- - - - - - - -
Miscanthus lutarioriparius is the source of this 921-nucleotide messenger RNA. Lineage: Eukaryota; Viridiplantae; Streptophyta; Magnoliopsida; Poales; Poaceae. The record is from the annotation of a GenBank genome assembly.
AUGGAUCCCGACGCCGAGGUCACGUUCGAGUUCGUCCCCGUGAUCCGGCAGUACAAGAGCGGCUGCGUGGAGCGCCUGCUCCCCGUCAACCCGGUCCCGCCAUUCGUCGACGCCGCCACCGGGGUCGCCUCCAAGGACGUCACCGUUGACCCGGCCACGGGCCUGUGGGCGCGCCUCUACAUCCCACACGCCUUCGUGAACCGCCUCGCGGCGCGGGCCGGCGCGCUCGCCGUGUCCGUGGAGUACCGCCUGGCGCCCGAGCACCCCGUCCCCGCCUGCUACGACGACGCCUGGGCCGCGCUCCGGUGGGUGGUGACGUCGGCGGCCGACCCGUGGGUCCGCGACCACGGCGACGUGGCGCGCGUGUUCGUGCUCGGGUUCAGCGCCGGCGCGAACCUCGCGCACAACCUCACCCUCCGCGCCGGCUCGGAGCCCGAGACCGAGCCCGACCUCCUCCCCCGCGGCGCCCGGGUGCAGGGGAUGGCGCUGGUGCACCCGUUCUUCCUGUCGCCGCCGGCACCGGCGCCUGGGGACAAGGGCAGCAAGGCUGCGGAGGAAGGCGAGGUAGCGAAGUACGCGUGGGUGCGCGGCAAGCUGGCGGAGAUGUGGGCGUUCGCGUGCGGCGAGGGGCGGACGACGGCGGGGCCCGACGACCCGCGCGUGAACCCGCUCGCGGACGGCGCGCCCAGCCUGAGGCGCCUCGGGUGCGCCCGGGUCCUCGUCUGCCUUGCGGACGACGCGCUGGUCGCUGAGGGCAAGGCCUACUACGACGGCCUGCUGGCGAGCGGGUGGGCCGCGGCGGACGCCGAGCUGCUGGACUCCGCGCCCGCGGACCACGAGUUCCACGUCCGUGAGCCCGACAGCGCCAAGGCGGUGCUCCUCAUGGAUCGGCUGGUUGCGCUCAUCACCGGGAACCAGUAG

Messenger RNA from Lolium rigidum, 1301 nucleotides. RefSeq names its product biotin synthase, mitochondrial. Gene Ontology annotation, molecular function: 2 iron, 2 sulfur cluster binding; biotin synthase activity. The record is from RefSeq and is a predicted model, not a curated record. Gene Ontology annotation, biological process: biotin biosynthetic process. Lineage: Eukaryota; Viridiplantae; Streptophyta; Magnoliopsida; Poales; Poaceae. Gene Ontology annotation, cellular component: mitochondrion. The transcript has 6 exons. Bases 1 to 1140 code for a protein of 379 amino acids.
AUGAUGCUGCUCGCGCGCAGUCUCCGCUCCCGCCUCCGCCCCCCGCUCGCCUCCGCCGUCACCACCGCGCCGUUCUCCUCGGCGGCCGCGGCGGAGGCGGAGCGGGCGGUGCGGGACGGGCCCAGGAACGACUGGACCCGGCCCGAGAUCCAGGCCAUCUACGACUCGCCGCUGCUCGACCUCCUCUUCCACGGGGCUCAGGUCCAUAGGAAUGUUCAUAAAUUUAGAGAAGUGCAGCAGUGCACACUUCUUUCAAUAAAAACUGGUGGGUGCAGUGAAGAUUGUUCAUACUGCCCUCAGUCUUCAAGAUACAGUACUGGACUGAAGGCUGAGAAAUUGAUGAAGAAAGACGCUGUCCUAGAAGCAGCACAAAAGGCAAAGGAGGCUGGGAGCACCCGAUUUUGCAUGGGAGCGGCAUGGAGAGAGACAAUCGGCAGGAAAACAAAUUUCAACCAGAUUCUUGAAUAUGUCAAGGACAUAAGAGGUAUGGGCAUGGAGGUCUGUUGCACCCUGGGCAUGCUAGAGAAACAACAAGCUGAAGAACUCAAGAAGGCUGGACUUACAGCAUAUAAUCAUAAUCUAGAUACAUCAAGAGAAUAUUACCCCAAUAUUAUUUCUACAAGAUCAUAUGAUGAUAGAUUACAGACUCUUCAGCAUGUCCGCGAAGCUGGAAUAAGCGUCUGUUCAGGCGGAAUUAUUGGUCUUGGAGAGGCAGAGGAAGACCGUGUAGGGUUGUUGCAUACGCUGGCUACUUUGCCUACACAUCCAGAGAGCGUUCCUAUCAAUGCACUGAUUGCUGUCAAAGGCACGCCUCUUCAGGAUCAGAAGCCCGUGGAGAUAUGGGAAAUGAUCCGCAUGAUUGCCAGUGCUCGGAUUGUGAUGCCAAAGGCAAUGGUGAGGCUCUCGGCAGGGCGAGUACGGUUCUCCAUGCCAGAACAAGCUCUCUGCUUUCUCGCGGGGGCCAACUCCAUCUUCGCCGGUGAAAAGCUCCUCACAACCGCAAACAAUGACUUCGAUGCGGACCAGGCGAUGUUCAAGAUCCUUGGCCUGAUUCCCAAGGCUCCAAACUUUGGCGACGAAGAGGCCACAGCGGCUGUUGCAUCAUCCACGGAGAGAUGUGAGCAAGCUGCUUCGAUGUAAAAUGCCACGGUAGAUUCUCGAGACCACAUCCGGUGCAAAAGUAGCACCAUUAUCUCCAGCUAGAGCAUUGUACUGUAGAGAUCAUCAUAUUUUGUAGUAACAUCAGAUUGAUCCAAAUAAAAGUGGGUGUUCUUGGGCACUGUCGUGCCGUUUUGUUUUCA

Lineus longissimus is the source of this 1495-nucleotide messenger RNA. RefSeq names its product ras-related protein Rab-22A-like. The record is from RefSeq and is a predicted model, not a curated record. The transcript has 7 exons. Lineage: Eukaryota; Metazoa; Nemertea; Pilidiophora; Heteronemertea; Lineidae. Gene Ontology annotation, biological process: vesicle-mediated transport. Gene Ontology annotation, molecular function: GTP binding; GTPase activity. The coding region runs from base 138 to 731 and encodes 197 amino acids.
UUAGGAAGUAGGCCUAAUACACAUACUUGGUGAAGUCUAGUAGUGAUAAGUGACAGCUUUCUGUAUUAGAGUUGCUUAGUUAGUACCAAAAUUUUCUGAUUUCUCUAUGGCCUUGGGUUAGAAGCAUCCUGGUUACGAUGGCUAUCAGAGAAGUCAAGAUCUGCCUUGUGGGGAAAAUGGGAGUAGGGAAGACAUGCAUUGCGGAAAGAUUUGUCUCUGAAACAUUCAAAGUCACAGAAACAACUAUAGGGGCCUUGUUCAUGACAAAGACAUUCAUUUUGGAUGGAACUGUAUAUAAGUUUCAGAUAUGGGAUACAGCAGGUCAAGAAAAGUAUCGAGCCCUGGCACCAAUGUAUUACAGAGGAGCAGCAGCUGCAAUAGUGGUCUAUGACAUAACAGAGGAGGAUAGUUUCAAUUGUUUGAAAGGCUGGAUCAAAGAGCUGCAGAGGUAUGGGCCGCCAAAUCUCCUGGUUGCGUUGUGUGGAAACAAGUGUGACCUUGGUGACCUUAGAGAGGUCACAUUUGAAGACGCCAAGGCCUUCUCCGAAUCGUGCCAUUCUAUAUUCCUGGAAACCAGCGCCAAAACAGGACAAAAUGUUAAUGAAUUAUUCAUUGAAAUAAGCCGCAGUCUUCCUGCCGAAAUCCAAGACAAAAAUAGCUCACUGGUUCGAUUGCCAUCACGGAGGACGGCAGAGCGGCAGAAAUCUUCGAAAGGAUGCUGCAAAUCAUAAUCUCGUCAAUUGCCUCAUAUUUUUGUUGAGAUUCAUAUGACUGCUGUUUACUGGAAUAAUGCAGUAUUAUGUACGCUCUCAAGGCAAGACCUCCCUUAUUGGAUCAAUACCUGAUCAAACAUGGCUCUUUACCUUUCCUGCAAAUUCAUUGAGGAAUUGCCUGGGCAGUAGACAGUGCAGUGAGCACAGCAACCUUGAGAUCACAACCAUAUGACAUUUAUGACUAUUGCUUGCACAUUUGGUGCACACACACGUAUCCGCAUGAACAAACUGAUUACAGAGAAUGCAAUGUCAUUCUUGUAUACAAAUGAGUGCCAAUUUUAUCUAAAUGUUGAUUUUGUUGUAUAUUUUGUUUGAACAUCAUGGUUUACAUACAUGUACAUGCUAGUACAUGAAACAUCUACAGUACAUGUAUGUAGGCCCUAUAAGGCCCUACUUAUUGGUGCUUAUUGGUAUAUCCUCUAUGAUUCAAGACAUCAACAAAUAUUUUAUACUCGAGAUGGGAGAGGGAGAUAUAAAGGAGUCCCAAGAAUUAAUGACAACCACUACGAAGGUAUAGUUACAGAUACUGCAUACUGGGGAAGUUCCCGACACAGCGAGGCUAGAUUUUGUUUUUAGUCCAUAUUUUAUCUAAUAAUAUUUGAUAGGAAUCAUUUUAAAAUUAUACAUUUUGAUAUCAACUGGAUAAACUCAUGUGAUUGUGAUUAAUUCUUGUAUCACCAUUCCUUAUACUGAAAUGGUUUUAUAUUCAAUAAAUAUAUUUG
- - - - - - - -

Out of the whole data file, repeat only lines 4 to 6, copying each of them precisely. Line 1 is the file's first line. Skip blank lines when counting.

AUGAUGCUGCUCGCGCGCAGUCUCCGCUCCCGCCUCCGCCCCCCGCUCGCCUCCGCCGUCACCACCGCGCCGUUCUCCUCGGCGGCCGCGGCGGAGGCGGAGCGGGCGGUGCGGGACGGGCCCAGGAACGACUGGACCCGGCCCGAGAUCCAGGCCAUCUACGACUCGCCGCUGCUCGACCUCCUCUUCCACGGGGCUCAGGUCCAUAGGAAUGUUCAUAAAUUUAGAGAAGUGCAGCAGUGCACACUUCUUUCAAUAAAAACUGGUGGGUGCAGUGAAGAUUGUUCAUACUGCCCUCAGUCUUCAAGAUACAGUACUGGACUGAAGGCUGAGAAAUUGAUGAAGAAAGACGCUGUCCUAGAAGCAGCACAAAAGGCAAAGGAGGCUGGGAGCACCCGAUUUUGCAUGGGAGCGGCAUGGAGAGAGACAAUCGGCAGGAAAACAAAUUUCAACCAGAUUCUUGAAUAUGUCAAGGACAUAAGAGGUAUGGGCAUGGAGGUCUGUUGCACCCUGGGCAUGCUAGAGAAACAACAAGCUGAAGAACUCAAGAAGGCUGGACUUACAGCAUAUAAUCAUAAUCUAGAUACAUCAAGAGAAUAUUACCCCAAUAUUAUUUCUACAAGAUCAUAUGAUGAUAGAUUACAGACUCUUCAGCAUGUCCGCGAAGCUGGAAUAAGCGUCUGUUCAGGCGGAAUUAUUGGUCUUGGAGAGGCAGAGGAAGACCGUGUAGGGUUGUUGCAUACGCUGGCUACUUUGCCUACACAUCCAGAGAGCGUUCCUAUCAAUGCACUGAUUGCUGUCAAAGGCACGCCUCUUCAGGAUCAGAAGCCCGUGGAGAUAUGGGAAAUGAUCCGCAUGAUUGCCAGUGCUCGGAUUGUGAUGCCAAAGGCAAUGGUGAGGCUCUCGGCAGGGCGAGUACGGUUCUCCAUGCCAGAACAAGCUCUCUGCUUUCUCGCGGGGGCCAACUCCAUCUUCGCCGGUGAAAAGCUCCUCACAACCGCAAACAAUGACUUCGAUGCGGACCAGGCGAUGUUCAAGAUCCUUGGCCUGAUUCCCAAGGCUCCAAACUUUGGCGACGAAGAGGCCACAGCGGCUGUUGCAUCAUCCACGGAGAGAUGUGAGCAAGCUGCUUCGAUGUAAAAUGCCACGGUAGAUUCUCGAGACCACAUCCGGUGCAAAAGUAGCACCAUUAUCUCCAGCUAGAGCAUUGUACUGUAGAGAUCAUCAUAUUUUGUAGUAACAUCAGAUUGAUCCAAAUAAAAGUGGGUGUUCUUGGGCACUGUCGUGCCGUUUUGUUUUCA

Lineus longissimus is the source of this 1495-nucleotide messenger RNA. RefSeq names its product ras-related protein Rab-22A-like. The record is from RefSeq and is a predicted model, not a curated record. The transcript has 7 exons. Lineage: Eukaryota; Metazoa; Nemertea; Pilidiophora; Heteronemertea; Lineidae. Gene Ontology annotation, biological process: vesicle-mediated transport. Gene Ontology annotation, molecular function: GTP binding; GTPase activity. The coding region runs from base 138 to 731 and encodes 197 amino acids.
UUAGGAAGUAGGCCUAAUACACAUACUUGGUGAAGUCUAGUAGUGAUAAGUGACAGCUUUCUGUAUUAGAGUUGCUUAGUUAGUACCAAAAUUUUCUGAUUUCUCUAUGGCCUUGGGUUAGAAGCAUCCUGGUUACGAUGGCUAUCAGAGAAGUCAAGAUCUGCCUUGUGGGGAAAAUGGGAGUAGGGAAGACAUGCAUUGCGGAAAGAUUUGUCUCUGAAACAUUCAAAGUCACAGAAACAACUAUAGGGGCCUUGUUCAUGACAAAGACAUUCAUUUUGGAUGGAACUGUAUAUAAGUUUCAGAUAUGGGAUACAGCAGGUCAAGAAAAGUAUCGAGCCCUGGCACCAAUGUAUUACAGAGGAGCAGCAGCUGCAAUAGUGGUCUAUGACAUAACAGAGGAGGAUAGUUUCAAUUGUUUGAAAGGCUGGAUCAAAGAGCUGCAGAGGUAUGGGCCGCCAAAUCUCCUGGUUGCGUUGUGUGGAAACAAGUGUGACCUUGGUGACCUUAGAGAGGUCACAUUUGAAGACGCCAAGGCCUUCUCCGAAUCGUGCCAUUCUAUAUUCCUGGAAACCAGCGCCAAAACAGGACAAAAUGUUAAUGAAUUAUUCAUUGAAAUAAGCCGCAGUCUUCCUGCCGAAAUCCAAGACAAAAAUAGCUCACUGGUUCGAUUGCCAUCACGGAGGACGGCAGAGCGGCAGAAAUCUUCGAAAGGAUGCUGCAAAUCAUAAUCUCGUCAAUUGCCUCAUAUUUUUGUUGAGAUUCAUAUGACUGCUGUUUACUGGAAUAAUGCAGUAUUAUGUACGCUCUCAAGGCAAGACCUCCCUUAUUGGAUCAAUACCUGAUCAAACAUGGCUCUUUACCUUUCCUGCAAAUUCAUUGAGGAAUUGCCUGGGCAGUAGACAGUGCAGUGAGCACAGCAACCUUGAGAUCACAACCAUAUGACAUUUAUGACUAUUGCUUGCACAUUUGGUGCACACACACGUAUCCGCAUGAACAAACUGAUUACAGAGAAUGCAAUGUCAUUCUUGUAUACAAAUGAGUGCCAAUUUUAUCUAAAUGUUGAUUUUGUUGUAUAUUUUGUUUGAACAUCAUGGUUUACAUACAUGUACAUGCUAGUACAUGAAACAUCUACAGUACAUGUAUGUAGGCCCUAUAAGGCCCUACUUAUUGGUGCUUAUUGGUAUAUCCUCUAUGAUUCAAGACAUCAACAAAUAUUUUAUACUCGAGAUGGGAGAGGGAGAUAUAAAGGAGUCCCAAGAAUUAAUGACAACCACUACGAAGGUAUAGUUACAGAUACUGCAUACUGGGGAAGUUCCCGACACAGCGAGGCUAGAUUUUGUUUUUAGUCCAUAUUUUAUCUAAUAAUAUUUGAUAGGAAUCAUUUUAAAAUUAUACAUUUUGAUAUCAACUGGAUAAACUCAUGUGAUUGUGAUUAAUUCUUGUAUCACCAUUCCUUAUACUGAAAUGGUUUUAUAUUCAAUAAAUAUAUUUG